President Obama signing the American Recovery and Reinvestment Act, directing nearly $80 billion to clean energy, the environment and science. (Photo by Pete Souza, Courtesy of the White House)
The Obama administration has hit the ground running on clean energy, climate change and other environmental matters. Living on Earth reviews the administration's major acts. And we'll hear from the president's top environmental advisor, Nancy Sutley.
YOUNG: The auto industry’s just one area where President Obama has tried to steer energy, the environment and the economy together during his first hundred days in office. To get an idea of what’s happened in those hundred days, consider just one day: Monday, April 27th:
On that day, the Environmental Protection Agency indicated it will toughen rules on pollution from power plants. The Interior Department reversed rules that let mountaintop removal coal mines dump waste near streams. And Obama’s Secretary of State said the US was ready to lead the way to a global warming agreement.
All in just one day--and a Monday at that.
This president who stressed “the fierce urgency of now” on the campaign trail has wasted no time. His first major legislative achievement, the economic stimulus package, put tens of billions of dollars toward clean energy. Obama told workers at an Iowa wind turbine facility that he’s made more progress in three months than the country has seen in three decades.
OBAMA: We're beginning to break the bonds, the grip, that fossil fuels has on us. We're beginning to create a new, clean-energy economy -- and the millions of jobs that will flow from it.
CURWOOD: President Obama assembled an environmental team that has won high praise from the scientific community. And Team Obama has overturned Bush-era decisions on energy, endangered species and land management. President Obama’s Interior Secretary, Ken Salazar, put the Republican plan for offshore drilling on hold and revoked some controversial drilling permits.
SALAZAR: We revisited the decision to offer areas in Utah near Arches and Canyonland National Parks for oil and gas drilling and I’m proud of that decision.
YOUNG: But despite this early burst of activity, there are still doubts about whether the course the administration is setting will meet the tremendous challenges.
I sat down with Nancy Sutley to talk about that. As chair of the White House Council on Environmental Quality, she’s the president’s top environmental policy adviser. Sutley says she’s pleased with the administration’s early progress.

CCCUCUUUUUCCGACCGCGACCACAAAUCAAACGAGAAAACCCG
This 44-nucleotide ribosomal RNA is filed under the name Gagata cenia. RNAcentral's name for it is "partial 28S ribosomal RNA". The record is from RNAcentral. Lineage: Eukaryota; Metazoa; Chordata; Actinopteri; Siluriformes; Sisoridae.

YOUNG: Let’s talk about the clean energy investment and the green jobs creation. Is it mostly the potential for green jobs creation or is the stimulus money actually getting out quickly enough were you have concrete examples you can point to – here are green jobs.
SUTLEY: Well, I think there’s a broad spectrum of things that come under green jobs, but the American Recovery and Reinvestment Act really does have money going out the door quickly to fund some programs that we know work, things like low income weatherization, things like investing in research and development for things like smart grid that’s already going out the door. Those investments are green jobs.
YOUNG: On climate change, I gotta say, here we are 100 days and you haven’t solved global warming yet.
SUTLEY: Well, yeah, give us a few more days, but you know – I think we’ve made a lot of progress. The Recover Act gives us a good template to work from and those funds, you know, really is to grow this sector of the economy, but also to really address the peril that global warming is putting our planet into. The U.S. was sort of missing in action for the last eight years, so things like the President showing leadership at the international level, the State Department is hosting this major economies forum, it’s a way to get to the largest economies of the world who also happen to be the largest greenhouse gas emitters talking to each other in anticipation of Copenhagen. So there’s been a lot going on in climate change.
SUTLEY: I think the American people are hopeful and optimistic about the ability to run our economy more sustainably, to create millions of jobs that can’t be exported overseas. We’re running the risk of falling behind on things like manufacturing renewable energy products and so I think there’s a sense of hopefulness that this new green economy and that this investment in clean energy will produce real benefits for the American economy, and I think people understand that.
YOUNG: That’s Nancy Sutley, chair of the White House Council on Environmental Quality. You can hear the entire interview at our website, loe.org.
[MUSIC: Bill Laswell “Beyond The Zero” from Dub Chamber 3 (Universal Songs Of Polygram Intl 2000)]
CURWOOD: A warming planet, two wars and a weak economy—this president has his hands full. And now we add to that list the threat of pandemic flu. Just ahead, we explore the possible links between the flu virus and factory farming.
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